But I never lost my taste for journalism. In seminary, I could again work my opinion into papers, as persuasive writing (and, of course, speaking) is an essential part of being a pastor. My final year at Perkins, I found a job at the United Methodist Reporter, an independent church newspaper headquartered in Dallas that provided local editions for hundreds of churches throughout the United States. I wasn't writing or editing; my job consisted of driving around Dallas, picking up copy from local churches, and then, on Saturday, dummying pages for the paste-up editors. It was some of the least creative newspaper work I had done, but it was still a newspaper.
As a pastor, I wrote and published many a newsletter. My pastor's columns were similar to this blog, though never as long as my entries here tend to be: opinion pieces that sought to inspire in some way. Apart from the writing, I had, since my teens, always enjoyed reading the newspaper, especially the editorial and op-ed pages. Sundays were especially fulfilling, as the Oregonian would publish an entire editorial section.
Since leaving ministry, I have rarely found an outlet for the op-ed bug. I've submitted a number of pieces to the Oregonian, and even had a couple of them printed. I've also submitted to Scouting and The Christian Century, with much less luck. In 2008, I decided to end my subscription to the newspaper, concluding I had spent far too much time on it over the years, time I could better spend reading books. Apart from that, I felt it was time to cut my paper consumption footprint. More recently, my news bug has been fed by e-zines I can read on my phone: the online version of The New York Times, Slate, and Oregon Live, the online version of the Oregonian. Getting my news this way, it's newsier, more current, and I can get all the depth I want by clicking on hyperlinks.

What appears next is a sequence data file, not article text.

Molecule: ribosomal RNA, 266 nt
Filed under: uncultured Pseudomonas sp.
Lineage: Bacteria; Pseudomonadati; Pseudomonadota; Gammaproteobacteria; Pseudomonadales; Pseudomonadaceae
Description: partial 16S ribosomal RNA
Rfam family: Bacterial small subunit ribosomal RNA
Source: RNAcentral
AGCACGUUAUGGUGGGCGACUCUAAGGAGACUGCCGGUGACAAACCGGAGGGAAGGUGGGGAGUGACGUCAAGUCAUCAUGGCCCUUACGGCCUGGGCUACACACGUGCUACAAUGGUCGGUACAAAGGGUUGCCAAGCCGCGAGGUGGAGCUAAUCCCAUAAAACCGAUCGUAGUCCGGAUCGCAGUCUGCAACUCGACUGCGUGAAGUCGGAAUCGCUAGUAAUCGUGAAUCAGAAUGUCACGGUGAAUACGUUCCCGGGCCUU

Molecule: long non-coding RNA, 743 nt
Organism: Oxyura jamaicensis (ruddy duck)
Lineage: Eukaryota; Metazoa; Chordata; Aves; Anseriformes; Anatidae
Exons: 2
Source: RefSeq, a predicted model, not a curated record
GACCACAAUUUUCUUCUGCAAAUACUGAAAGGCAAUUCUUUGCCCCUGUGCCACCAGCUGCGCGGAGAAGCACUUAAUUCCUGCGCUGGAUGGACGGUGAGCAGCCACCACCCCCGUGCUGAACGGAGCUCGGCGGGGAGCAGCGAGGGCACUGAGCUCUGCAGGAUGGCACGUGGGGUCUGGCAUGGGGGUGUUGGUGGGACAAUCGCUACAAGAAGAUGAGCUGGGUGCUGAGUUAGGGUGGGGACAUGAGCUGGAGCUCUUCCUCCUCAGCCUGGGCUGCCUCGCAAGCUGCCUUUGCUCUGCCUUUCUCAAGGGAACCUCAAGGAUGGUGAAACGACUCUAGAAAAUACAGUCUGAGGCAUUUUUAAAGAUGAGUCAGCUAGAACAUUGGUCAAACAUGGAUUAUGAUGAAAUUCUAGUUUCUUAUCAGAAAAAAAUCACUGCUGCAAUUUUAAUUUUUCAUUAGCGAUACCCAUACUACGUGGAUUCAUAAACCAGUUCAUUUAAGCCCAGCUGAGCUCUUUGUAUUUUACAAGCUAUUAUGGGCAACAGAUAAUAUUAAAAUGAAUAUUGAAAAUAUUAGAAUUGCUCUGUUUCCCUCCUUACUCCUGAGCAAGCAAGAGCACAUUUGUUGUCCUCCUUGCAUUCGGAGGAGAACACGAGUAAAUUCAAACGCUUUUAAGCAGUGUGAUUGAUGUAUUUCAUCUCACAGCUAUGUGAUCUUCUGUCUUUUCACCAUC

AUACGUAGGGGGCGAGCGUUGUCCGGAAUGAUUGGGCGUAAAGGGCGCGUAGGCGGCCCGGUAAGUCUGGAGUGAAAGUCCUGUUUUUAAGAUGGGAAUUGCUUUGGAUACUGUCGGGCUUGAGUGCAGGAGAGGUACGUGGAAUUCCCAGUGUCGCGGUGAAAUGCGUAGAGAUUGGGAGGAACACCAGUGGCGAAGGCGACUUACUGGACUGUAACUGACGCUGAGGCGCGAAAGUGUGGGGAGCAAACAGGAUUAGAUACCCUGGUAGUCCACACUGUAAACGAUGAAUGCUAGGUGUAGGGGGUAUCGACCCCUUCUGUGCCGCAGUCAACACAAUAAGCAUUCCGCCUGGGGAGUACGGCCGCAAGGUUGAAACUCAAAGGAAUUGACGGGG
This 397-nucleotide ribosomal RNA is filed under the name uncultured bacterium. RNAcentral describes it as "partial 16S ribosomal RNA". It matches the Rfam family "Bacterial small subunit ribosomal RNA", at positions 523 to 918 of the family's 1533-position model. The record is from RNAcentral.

Last week I learned the Oregonian is cutting back on its subscription service, and will only deliver four days a week. The paper itself has been physically shrinking for years. Today I read in Christian Century that my former employer, the United Methodist Reporter, has ceased publication altogether.
It's hard seeing this transition, even though I know I have, along with so many others of my generation, contributed to it by my shift away from the print media. It was inevitable: print consumes so many resources to deliver a product that is obsolete before it is ever read. All the news that's fit to print is already available online before it's even ready to print. We're eliminating middlemen here, the printers and distributers and delivery persons, getting it straight from the source. And who wants stale news, anyway?
We're eliminating something else, though: the look, feel, and smell of news we hold in our hands, fold as we turn pages, tuck into our backpacks and briefcases to finish later; the crosswords and sudokus we fill in, erase, correct, eventually scribble out in frustration; the comics, most of them lame but some hilarious, those with a political bent even more outdated than the page one news; and that sense of physical connection with the world. As current as Slate may be, as opinionated as its bloggers are, it somehow seems less personal than a stack of newsprint that was dropped off on my doorstep in the wee hours of the morning, which I can spread out on the breakfast table, pore over as I sip my coffee, and eventually stuff into the recycling bin.
Now back to the sliding doors with which this piece began: if I had opted for U of O, I would probably have started out on a local weekly paper, eventually working my way up to a daily in Portland or Eugene, possibly to a nationally syndicated column--and then found the industry collapsing around me, and unless I could make the leap to online publication, facing layoff. Which could have landed me right where I am today, underemployed and blogging. Go figure.